Learning to Forgive By: kelsey carr

The year was 2008, I was six years old, and living in my old house, built on land that used to be my Great-Grandfather’s dairy farm. The woods that surrounded our island of a home was brightly colored with yellow, orange, and red leaves, indicating that the colder weather was coming.

It was like any normal Sunday, except there was more excitement than usual. I was anxiously playing with my sisters outside until my parents told us we were going to the farm to pick up our goats. We knew about them for a while, but were still ecstatic. About an hour after driving in the car filled with conversations about the expectations of our future goats, we had arrived.

As we stepped out of the car, the excitement took over. We were greeted with a sign reading “Dragonfly Estates”. A few yards in front of us were the happy goats all playing in the large field.

“You guys can pick two to bring home.” My mom informed us joyfully.

We were beyond happy and after careful consideration and evaluation of all the viable options, we chose the two Nigerian Dwarf Goats that stood out to us the most. They were playful brothers, one with black hair splattered with white blobs, named Jackson and the other was a pure, snow white and was referred to as Dakota.

It’s important to note that my sisters and I had been badgering my parents for a puppy for the longest time. Though my mom was constantly telling us that we couldn’t get one because she was deadly allergic, which is sadly true, we really wanted one. Because of the circumstances, we were not really expecting a dog but my parents felt bad so they thought that two goats, that would live outside, would be perfect for our family. Also, the surrounding areas of my house consisted of about three houses, a farm, a field, and woods, all spread out from each other. As a result, the neighbors didn’t mind when two goats moved in next door.

Our goats were treated like royalty with their pen down the hill in our backyard, bigger than my room with a little house for them to share and giant rocks and wooden ladders for climbing. We took them on walks in the endless woods and the gigantic bare field next door to our house for hours all year round. These two goats were our first pets, besides a couple fish, and we loved them greatly. This feeling was proved mutual every time we walked up the hill their pen was at the bottom of and they “baa-ed” at us even after we were out of sight, or when we let them wander and they came right back to their pen.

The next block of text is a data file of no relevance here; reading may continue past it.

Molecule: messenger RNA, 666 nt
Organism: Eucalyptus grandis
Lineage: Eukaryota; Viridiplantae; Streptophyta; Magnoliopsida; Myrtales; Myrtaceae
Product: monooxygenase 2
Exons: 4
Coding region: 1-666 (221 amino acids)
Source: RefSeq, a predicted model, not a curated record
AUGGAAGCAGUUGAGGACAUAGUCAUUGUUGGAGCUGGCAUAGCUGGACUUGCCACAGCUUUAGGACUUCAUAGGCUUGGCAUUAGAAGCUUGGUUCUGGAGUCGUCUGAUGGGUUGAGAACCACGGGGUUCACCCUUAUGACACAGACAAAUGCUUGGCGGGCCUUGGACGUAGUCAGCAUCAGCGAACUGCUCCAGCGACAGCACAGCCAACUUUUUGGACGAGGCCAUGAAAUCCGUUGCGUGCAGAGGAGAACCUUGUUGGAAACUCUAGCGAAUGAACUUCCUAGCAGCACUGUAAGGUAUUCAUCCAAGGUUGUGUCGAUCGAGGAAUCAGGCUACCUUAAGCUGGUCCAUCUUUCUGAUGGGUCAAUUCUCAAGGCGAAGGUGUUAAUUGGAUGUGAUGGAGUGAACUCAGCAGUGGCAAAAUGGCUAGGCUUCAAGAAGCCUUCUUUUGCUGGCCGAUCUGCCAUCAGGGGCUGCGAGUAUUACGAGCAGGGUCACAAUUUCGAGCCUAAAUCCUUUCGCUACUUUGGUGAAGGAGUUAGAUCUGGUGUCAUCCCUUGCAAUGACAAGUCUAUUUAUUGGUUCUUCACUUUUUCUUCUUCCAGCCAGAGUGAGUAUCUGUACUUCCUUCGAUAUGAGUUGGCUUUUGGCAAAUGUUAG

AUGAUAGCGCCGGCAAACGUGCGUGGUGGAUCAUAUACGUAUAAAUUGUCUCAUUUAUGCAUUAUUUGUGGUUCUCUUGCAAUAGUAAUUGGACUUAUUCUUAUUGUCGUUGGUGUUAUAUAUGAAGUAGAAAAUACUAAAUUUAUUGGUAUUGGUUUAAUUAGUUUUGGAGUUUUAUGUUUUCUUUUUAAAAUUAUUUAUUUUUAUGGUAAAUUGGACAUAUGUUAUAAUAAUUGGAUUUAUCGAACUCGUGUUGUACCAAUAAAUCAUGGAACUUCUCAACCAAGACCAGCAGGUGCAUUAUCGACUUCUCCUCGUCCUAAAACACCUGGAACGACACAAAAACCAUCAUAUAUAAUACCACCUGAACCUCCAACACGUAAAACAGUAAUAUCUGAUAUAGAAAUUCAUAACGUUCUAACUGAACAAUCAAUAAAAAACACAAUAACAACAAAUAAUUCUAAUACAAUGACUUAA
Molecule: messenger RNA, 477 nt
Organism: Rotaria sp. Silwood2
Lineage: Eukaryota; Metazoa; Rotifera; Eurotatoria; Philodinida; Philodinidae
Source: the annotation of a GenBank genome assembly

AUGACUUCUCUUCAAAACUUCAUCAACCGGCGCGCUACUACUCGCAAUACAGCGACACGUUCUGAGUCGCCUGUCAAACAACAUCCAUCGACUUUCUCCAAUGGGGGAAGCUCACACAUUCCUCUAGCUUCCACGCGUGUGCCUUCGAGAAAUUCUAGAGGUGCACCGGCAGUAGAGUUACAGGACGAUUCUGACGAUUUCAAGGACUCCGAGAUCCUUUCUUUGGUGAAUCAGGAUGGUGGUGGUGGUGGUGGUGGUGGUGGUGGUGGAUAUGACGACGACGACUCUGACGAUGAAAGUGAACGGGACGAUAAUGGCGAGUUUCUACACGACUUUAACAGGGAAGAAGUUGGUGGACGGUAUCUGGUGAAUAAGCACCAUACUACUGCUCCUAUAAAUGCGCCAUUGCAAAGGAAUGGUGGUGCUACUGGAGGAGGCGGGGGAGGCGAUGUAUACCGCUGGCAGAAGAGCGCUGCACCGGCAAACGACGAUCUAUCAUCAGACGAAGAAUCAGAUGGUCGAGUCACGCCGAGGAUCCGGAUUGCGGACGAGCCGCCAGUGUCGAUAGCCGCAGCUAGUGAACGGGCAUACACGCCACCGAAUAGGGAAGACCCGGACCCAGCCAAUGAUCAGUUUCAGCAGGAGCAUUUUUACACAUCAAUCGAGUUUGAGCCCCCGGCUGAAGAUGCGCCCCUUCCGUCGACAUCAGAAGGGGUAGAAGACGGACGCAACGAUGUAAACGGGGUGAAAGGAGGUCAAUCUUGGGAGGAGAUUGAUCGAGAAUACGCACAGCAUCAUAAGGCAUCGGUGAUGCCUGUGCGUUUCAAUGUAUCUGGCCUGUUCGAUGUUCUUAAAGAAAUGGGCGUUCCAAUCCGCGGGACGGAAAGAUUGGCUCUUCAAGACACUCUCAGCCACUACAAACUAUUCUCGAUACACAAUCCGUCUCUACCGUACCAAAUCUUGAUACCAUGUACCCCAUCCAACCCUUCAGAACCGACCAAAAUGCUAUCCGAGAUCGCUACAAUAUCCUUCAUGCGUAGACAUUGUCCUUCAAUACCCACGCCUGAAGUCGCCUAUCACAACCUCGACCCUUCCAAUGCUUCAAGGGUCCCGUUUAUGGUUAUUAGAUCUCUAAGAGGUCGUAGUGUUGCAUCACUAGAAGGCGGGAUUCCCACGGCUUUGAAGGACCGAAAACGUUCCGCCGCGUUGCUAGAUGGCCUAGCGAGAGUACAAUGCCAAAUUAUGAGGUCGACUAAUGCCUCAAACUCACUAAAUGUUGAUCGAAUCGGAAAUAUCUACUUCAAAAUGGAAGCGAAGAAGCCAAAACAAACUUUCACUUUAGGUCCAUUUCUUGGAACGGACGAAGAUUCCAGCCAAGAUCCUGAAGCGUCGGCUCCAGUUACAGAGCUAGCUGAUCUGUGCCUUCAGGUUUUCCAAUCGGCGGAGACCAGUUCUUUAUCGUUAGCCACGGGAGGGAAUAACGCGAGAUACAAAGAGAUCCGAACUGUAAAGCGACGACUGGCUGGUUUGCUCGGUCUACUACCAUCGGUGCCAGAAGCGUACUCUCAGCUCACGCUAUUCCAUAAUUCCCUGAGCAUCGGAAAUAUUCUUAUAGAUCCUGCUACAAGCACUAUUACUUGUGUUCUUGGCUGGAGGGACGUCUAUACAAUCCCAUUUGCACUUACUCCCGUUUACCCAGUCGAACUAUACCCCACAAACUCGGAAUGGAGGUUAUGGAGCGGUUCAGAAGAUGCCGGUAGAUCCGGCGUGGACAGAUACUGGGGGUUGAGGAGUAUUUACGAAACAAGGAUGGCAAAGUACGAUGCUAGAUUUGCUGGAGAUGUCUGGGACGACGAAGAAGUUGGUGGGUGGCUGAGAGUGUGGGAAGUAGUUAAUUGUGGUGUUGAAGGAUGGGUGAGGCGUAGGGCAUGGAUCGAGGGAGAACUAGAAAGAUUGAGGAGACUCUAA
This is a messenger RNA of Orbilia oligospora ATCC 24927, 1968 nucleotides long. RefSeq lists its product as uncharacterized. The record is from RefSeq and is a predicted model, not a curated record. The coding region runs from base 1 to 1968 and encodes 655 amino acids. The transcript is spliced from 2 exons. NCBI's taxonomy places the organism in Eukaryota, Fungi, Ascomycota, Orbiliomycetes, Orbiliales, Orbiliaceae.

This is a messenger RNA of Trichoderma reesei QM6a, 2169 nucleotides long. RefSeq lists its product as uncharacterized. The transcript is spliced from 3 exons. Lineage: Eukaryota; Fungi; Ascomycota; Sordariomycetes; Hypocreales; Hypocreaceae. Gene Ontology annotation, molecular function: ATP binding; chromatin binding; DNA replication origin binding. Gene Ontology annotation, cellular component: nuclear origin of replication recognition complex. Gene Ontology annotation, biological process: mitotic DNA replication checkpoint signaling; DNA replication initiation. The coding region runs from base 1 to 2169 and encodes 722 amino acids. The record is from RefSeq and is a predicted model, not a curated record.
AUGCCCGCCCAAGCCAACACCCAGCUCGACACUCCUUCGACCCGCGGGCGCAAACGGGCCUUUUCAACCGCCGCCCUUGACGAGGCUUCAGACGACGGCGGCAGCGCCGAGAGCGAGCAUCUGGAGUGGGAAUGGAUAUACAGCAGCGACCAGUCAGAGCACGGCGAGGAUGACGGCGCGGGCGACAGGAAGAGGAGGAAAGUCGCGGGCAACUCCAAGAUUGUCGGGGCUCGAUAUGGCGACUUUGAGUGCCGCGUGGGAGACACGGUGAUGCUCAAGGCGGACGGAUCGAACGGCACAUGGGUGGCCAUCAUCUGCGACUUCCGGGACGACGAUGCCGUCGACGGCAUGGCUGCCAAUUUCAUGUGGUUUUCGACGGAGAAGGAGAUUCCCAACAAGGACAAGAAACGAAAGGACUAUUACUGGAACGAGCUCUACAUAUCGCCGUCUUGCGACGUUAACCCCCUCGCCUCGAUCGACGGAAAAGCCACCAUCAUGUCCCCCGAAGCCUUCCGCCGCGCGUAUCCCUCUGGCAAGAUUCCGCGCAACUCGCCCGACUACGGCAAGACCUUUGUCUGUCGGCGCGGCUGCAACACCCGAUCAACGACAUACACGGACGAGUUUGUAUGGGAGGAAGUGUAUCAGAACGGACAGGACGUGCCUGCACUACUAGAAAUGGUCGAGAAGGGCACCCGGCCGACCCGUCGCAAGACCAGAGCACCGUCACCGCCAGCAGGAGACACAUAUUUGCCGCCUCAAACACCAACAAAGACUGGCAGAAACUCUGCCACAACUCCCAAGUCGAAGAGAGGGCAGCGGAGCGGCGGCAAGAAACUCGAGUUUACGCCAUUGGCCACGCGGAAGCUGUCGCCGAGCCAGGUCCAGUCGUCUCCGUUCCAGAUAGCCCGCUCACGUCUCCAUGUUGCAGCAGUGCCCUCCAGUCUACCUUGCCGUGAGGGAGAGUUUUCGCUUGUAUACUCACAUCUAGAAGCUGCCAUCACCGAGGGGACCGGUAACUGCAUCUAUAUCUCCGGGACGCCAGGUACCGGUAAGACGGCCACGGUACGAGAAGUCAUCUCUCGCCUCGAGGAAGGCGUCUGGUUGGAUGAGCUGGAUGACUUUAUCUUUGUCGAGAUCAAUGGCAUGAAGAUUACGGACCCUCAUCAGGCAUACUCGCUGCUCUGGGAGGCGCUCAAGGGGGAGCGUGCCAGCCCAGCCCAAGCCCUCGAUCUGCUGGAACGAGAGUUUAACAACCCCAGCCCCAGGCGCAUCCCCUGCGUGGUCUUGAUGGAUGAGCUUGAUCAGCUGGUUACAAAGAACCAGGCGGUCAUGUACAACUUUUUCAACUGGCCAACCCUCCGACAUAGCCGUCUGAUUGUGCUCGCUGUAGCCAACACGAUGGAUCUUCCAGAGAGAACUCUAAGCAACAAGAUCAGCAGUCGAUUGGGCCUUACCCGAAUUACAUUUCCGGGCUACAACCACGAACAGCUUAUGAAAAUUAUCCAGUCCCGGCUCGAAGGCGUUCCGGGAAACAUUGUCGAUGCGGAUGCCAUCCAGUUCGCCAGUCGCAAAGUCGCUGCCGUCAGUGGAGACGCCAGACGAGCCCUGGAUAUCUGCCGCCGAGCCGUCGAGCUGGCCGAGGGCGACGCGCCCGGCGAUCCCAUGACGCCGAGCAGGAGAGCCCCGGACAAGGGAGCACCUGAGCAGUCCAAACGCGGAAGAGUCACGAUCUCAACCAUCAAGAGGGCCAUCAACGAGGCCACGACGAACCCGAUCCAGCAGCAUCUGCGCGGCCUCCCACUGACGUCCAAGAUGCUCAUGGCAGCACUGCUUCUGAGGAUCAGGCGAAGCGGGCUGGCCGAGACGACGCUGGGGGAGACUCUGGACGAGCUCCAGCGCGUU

A few years later, Jackson became more tried and slower than usual. We waved it off thinking he just didn’t get enough sleep. A few days later, this behavior was continuing and we became concerned. One morning, my dad woke up and went down to feed them but he discovered that Jackson had passed away. He fed Dakota and brought Jackson out to the woods to be buried, then rushed inside to tell us what happened. We all immediately started crying immensely and left the couch to go to our rooms. A few days later, we noticed the same behavior from Dakota, but the difference is he wasn’t sick, just depressed.

After he had been moping around for about two weeks, my dad told us, "We have to give him away," but of course, all of my sisters disagreed.

Despite our persuasion, one day, they brought him back to the farm that he came from.

That day, I didn’t talk to anyone. I sat in my room and my door stayed locked.

It wasn’t until my parents explained why they gave him away that I began to understand and appreciate what they had done. These goats couldn’t survive without a companion and Dakota would live a life of misery if he stayed. Because I knew Dakota was at the farm eating all the “delicious” grass that he wanted and playing with all of his new goat friends, I was able to finally forgive my parents and to move on.

Looking back at it now, I realize how this experience has impacted me and made me see the world just a little bit differently. For one, I have learned that life is full of sacrifices and sometimes you have to do things that you don’t want to to to better the lives of others. Also, with being upset with my parents and later forgiving them, I learned that you can’t stay angry at the people who were just trying to help. Though this hurt during the actual event, it was a learning experience for me, for I did not understand what sacrifice was and how hard it can be to forgive until this tragic event occurred.

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